Docker

Deploy Budibase using Docker

Within this guide, you will learn how to deploy Budibase using the all-in-one Budibase Docker image.

The first step to using our Docker image is to make sure your host has a recent version of Docker installed. The image can be found on Docker hub.

There are two methods for running the Budibase image, these are detailed below.

Method 1 - Docker run

The easiest way to try out the Budibase image is with a docker run command, the most basic version of this being:

docker run -d -t \
  --name=budibase \
  -p 10000:80 \
  -v /local/path/data:/data \
  --restart unless-stopped \
  budibase/budibase:latest

This command will start a Budibase container on your system, which you can then connect to on <http://localhost:10000>. For this to work you will also need to specify an absolute path to mount as a volume for the container, replacing the /local/path/data component of the command.

There are a few other parts of this command we can change, as well as a range of environment variables that should be set before using this in a production environment.

  • The port which Budibase can be accessed on can be changed by altering the -p 10000:80 component, changing from port 10000 to whatever else is desired.
  • The following environment variables should be set before putting this container into production (using the -e <variable> syntax).
Variable nameDescription
CUSTOM_DOMAINIf a domain in the format of domain.com is set, then Budibase will automatically attempt to create an SSL certificate and use HTTPS for this domain. The domain must already be directed to the Budibase container for this to verify correctly.
INTERNAL_API_KEYAn API key which can be used to access many core components, this should be updated to some random string.
JWT_SECRETA secret key used to secure all sessions to Budibase, this should be updated to a random string. Please note that changing this string will invalidate all existing sessions.
MINIO_ACCESS_KEY and MINIO_SECRET_KEYThese two environment variables should be set to some combination of random strings to secure access to MinIO. These can be used to login in to the MinIO browser if desired.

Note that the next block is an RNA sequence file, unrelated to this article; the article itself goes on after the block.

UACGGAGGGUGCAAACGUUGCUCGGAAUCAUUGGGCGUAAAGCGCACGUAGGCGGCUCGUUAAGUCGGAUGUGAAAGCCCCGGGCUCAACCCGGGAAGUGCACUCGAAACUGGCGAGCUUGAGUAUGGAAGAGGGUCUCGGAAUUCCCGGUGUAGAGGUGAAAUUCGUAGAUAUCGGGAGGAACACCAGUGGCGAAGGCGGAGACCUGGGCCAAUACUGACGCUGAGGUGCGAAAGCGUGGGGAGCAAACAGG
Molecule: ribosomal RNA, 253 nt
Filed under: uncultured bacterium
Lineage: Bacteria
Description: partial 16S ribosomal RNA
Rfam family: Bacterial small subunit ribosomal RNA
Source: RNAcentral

REDIS_PASSWORDThe password used to access the Redis instance, this should be set to a random string to guarantee security.
COUCHDB_USER and COUCHDB_PASSWORDThese two environment variables define the CouchDB username and password used to access the main admin user. These can also be used to access the Fauxton user interface.

These environment variables will automatically be pre-seeded with UUIDs if no environment variable is set with the pre-seeded values being accessible in the .env file located in the mounted volume. If you wish to update any values then you will need to update them within the .env file.

Method 2 - Docker compose

On some hosts will may be able to utilise Docker compose to simplify the configuration process, this will allow setting environment variables and easily controlling the mounted volume. Below we've provided an example docker-compose.yml that can be used in conjunction with the command docker-compose up -d.

version: "3"

services:
  budibase:
    restart: unless-stopped
    image: budibase/budibase:latest
    ports:
      - "8080:80"
    environment:
      JWT_SECRET: <secret>
      MINIO_ACCESS_KEY: <secret>
      MINIO_SECRET_KEY: <secret>
      REDIS_PASSWORD: <secret>
      COUCHDB_USER: <secret>
      COUCHDB_PASSWORD: <secret>
      INTERNAL_API_KEY: <secret>
    volumes:
      - budibase_data:/data

volumes:
  budibase_data:
    driver: local

This makes it easier to manage your Budibase image, including its configuration and volumes - all that is needed to utilise the configuration is replacing the <secret> options with secrets you have defined.


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